Can Facebook Solve the Organ Donor Crisis?
“Starting today, you can add that you’re an organ donor to your timeline, and share your story about when, where or why you decided to become a donor… (Facebook) can be a big part of helping solve the crisis out there.”—Facebook CEO Mark Zuckerberg, May 1, 2012
Facebook is officially in the business of organ donation. Since the social media giant’s CEO Mark Zuckerberg announced a new feature that will allow users in the U.K., U.S. and Australia to list their organ donor status, there have been reports of real-life donor surges. In the U.S., on the day of the announcement, more than 100,000 people declared on Facebook that they had decided to be organ donors, and some 22,000 followed a link on the site that connects to online donor registries. The response, said the chief executive of Donate Life America, “dwarfs any past organ donation initiative.”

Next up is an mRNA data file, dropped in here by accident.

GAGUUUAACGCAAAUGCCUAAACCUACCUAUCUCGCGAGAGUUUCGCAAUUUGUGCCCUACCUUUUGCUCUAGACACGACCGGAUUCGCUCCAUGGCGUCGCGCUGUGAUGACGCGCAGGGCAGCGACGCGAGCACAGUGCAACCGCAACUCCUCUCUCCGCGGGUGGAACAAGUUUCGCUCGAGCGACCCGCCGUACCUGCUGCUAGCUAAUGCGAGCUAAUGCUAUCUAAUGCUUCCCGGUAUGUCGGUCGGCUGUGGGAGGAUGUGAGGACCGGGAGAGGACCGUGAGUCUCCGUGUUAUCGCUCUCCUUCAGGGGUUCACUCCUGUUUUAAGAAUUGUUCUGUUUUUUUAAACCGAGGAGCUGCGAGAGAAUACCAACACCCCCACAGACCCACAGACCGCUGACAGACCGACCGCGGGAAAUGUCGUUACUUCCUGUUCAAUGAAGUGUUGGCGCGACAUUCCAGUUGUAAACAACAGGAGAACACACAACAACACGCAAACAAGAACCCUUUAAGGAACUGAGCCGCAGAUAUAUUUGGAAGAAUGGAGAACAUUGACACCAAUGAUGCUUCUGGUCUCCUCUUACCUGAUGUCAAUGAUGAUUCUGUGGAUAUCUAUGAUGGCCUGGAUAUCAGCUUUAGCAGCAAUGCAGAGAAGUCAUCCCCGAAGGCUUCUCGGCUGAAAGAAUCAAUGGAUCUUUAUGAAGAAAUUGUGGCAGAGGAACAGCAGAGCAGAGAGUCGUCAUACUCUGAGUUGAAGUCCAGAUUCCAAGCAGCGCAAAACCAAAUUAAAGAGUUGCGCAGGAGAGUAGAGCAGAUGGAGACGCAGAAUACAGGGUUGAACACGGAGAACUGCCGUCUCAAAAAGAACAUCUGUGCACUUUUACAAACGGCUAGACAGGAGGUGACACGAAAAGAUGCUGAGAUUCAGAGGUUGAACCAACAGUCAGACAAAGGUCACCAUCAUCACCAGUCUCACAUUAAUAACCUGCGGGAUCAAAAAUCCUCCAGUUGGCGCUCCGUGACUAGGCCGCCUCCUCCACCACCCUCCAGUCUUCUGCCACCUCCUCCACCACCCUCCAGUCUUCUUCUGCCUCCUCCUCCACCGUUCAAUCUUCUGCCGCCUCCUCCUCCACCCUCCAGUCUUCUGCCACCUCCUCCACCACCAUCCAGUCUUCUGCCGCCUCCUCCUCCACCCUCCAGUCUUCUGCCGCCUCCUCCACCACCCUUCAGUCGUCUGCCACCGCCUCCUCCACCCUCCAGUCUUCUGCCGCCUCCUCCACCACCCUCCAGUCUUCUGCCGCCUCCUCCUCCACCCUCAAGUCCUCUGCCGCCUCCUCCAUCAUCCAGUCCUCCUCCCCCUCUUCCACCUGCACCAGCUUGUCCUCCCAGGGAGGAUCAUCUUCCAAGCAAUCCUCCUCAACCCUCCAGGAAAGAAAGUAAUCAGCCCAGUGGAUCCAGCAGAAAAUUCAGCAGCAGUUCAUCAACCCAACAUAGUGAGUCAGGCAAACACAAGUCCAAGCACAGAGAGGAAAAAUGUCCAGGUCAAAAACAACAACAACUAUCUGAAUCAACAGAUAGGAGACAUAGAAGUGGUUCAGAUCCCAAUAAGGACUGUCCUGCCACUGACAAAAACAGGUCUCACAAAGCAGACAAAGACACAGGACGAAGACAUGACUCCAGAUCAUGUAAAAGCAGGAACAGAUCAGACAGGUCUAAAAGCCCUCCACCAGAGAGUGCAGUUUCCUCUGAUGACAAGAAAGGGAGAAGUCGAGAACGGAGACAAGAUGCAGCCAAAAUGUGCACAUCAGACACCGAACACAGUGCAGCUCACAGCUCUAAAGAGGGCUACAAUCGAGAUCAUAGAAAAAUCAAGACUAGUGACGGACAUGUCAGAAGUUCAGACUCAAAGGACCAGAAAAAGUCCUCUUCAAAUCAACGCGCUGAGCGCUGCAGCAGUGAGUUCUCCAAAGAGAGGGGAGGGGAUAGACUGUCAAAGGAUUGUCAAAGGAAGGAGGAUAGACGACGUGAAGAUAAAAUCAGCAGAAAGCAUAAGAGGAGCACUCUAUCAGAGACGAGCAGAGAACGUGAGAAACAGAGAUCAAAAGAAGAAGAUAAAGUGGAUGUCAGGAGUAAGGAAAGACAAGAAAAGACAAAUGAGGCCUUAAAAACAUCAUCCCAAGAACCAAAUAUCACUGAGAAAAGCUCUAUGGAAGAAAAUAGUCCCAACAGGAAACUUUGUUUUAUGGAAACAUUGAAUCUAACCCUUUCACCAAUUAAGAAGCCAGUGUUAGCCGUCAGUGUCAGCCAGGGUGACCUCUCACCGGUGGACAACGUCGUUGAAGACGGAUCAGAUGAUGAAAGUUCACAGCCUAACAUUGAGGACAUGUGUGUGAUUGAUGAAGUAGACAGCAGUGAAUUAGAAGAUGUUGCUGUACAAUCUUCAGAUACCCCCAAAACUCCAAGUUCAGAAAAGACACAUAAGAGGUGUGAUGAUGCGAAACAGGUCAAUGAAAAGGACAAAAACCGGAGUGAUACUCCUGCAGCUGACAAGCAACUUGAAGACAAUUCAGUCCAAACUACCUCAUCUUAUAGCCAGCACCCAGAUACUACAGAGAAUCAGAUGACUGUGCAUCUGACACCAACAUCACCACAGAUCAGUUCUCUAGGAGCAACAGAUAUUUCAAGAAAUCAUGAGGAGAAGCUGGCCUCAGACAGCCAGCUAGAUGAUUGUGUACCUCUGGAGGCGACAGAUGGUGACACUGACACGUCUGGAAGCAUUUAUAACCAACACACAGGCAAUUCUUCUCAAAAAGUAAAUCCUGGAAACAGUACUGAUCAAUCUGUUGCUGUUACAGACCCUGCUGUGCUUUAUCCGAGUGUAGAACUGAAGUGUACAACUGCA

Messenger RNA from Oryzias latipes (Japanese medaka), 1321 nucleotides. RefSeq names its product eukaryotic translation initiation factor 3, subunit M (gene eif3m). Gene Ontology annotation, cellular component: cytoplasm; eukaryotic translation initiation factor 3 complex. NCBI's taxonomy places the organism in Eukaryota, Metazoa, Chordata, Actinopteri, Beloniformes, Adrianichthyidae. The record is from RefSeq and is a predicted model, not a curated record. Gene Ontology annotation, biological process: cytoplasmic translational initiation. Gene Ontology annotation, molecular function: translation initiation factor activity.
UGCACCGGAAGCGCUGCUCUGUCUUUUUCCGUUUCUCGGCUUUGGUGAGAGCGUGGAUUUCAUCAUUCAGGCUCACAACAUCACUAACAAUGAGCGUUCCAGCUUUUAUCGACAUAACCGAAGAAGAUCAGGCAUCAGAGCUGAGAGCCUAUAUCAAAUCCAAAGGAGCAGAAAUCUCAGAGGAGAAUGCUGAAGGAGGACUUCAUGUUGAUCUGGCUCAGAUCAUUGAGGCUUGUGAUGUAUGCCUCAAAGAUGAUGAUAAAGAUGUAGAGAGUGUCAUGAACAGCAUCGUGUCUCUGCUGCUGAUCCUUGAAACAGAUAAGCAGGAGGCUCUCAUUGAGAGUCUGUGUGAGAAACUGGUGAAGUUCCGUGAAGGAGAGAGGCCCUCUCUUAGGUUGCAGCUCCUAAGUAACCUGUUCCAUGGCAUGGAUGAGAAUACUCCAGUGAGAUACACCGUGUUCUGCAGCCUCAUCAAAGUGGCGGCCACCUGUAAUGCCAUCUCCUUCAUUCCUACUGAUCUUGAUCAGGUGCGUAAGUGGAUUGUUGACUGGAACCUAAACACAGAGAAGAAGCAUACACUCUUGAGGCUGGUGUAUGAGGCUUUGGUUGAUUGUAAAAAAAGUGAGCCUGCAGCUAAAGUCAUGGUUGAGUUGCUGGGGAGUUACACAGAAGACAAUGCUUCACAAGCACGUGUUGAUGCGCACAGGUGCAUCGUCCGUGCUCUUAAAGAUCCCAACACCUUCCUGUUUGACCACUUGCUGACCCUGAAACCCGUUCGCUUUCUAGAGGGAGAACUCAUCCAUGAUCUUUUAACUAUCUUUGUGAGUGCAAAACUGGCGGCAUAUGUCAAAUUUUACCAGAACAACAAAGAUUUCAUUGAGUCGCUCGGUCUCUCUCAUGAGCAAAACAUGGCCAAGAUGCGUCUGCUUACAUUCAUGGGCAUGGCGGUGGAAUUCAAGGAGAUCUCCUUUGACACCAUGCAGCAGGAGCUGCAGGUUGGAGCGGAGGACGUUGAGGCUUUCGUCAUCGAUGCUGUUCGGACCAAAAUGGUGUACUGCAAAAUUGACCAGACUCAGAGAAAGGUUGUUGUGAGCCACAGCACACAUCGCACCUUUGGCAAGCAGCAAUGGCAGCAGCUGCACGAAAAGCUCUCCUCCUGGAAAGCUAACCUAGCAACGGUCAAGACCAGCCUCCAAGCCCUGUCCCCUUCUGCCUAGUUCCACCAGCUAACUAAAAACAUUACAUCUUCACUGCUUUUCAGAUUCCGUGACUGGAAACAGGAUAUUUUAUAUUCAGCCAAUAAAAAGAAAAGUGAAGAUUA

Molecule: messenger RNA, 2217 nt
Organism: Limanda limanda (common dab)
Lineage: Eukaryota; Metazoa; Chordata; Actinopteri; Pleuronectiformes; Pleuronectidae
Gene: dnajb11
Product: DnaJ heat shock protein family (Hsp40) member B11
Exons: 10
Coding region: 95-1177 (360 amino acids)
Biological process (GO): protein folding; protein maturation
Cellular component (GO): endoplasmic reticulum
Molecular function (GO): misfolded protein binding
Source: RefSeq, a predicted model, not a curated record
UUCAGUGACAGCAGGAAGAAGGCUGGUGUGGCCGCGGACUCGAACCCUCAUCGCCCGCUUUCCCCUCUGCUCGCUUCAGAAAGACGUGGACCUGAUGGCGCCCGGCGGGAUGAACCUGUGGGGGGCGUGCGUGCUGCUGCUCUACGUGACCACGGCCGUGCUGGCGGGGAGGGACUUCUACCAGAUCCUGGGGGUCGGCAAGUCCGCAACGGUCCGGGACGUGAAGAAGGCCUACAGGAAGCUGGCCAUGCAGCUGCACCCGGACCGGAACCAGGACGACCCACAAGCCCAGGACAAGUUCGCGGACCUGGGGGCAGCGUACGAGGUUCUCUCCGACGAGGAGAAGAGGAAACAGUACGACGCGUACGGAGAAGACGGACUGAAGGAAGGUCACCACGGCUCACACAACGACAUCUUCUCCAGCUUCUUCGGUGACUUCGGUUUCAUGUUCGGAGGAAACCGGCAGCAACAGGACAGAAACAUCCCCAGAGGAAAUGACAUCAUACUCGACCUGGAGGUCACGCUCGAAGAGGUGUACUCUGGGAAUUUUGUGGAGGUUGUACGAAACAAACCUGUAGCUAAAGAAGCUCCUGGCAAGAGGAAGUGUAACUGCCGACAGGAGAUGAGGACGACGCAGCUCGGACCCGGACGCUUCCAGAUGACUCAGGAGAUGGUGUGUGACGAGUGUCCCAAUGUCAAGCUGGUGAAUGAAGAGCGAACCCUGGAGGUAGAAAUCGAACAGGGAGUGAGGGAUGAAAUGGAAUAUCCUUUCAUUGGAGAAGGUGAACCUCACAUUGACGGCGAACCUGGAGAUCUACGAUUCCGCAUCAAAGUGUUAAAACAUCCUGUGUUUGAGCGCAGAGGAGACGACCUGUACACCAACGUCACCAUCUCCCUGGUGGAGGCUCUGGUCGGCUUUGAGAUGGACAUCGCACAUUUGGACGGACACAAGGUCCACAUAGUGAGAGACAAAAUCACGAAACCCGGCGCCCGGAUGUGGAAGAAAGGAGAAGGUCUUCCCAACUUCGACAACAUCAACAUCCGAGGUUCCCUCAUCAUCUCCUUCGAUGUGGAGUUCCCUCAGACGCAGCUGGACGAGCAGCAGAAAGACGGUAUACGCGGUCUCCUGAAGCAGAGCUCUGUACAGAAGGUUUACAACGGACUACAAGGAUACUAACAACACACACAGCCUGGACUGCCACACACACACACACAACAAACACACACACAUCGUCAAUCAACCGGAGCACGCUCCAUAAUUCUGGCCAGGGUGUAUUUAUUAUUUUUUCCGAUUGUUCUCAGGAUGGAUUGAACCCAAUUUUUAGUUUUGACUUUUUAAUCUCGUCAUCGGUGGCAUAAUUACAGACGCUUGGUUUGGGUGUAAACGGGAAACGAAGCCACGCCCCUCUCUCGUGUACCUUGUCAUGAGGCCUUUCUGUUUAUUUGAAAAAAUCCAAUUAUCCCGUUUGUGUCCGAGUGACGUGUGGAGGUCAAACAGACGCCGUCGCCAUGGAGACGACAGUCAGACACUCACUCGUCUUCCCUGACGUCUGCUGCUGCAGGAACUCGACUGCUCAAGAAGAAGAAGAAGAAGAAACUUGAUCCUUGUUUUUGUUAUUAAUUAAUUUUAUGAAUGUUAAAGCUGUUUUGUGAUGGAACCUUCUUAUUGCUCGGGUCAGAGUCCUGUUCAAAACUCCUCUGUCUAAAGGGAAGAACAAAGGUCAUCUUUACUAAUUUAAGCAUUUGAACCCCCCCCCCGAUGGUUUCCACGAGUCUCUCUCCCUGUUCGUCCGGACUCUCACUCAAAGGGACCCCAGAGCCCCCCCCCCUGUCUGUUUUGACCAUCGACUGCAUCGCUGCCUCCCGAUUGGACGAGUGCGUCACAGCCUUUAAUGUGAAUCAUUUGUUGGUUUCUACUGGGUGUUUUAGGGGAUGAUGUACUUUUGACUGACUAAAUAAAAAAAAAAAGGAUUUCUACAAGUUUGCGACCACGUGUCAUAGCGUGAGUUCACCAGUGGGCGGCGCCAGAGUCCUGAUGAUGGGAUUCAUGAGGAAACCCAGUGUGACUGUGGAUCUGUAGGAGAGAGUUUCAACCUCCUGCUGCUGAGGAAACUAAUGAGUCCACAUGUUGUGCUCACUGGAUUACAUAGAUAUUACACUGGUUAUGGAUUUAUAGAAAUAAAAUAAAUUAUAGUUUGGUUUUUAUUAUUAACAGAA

Though the feature is not available to Canadian Facebookers right now, the news reportedly caused a spike here, too. Of course, we don’t yet know whether Facebook will have a lasting impact on donation rates, or whether announcing one’s donor status will lead to an actual increase in donations over time. Still, the phenomenon raised one perennial question: How do you actually get people to donate?
Opt-in versus opt-out regimes
Canada has relied on altruism for organ donations (i.e. you need to opt-in if you wish to donate), but other places nudge people into donating by asking them to actively “opt out” if they don’t want to. The practice is known as “presumed consent.” Some say this approach is the answer to organ shortages, since having donation as the default option would, logically, yield more donations than waiting for people to opt in.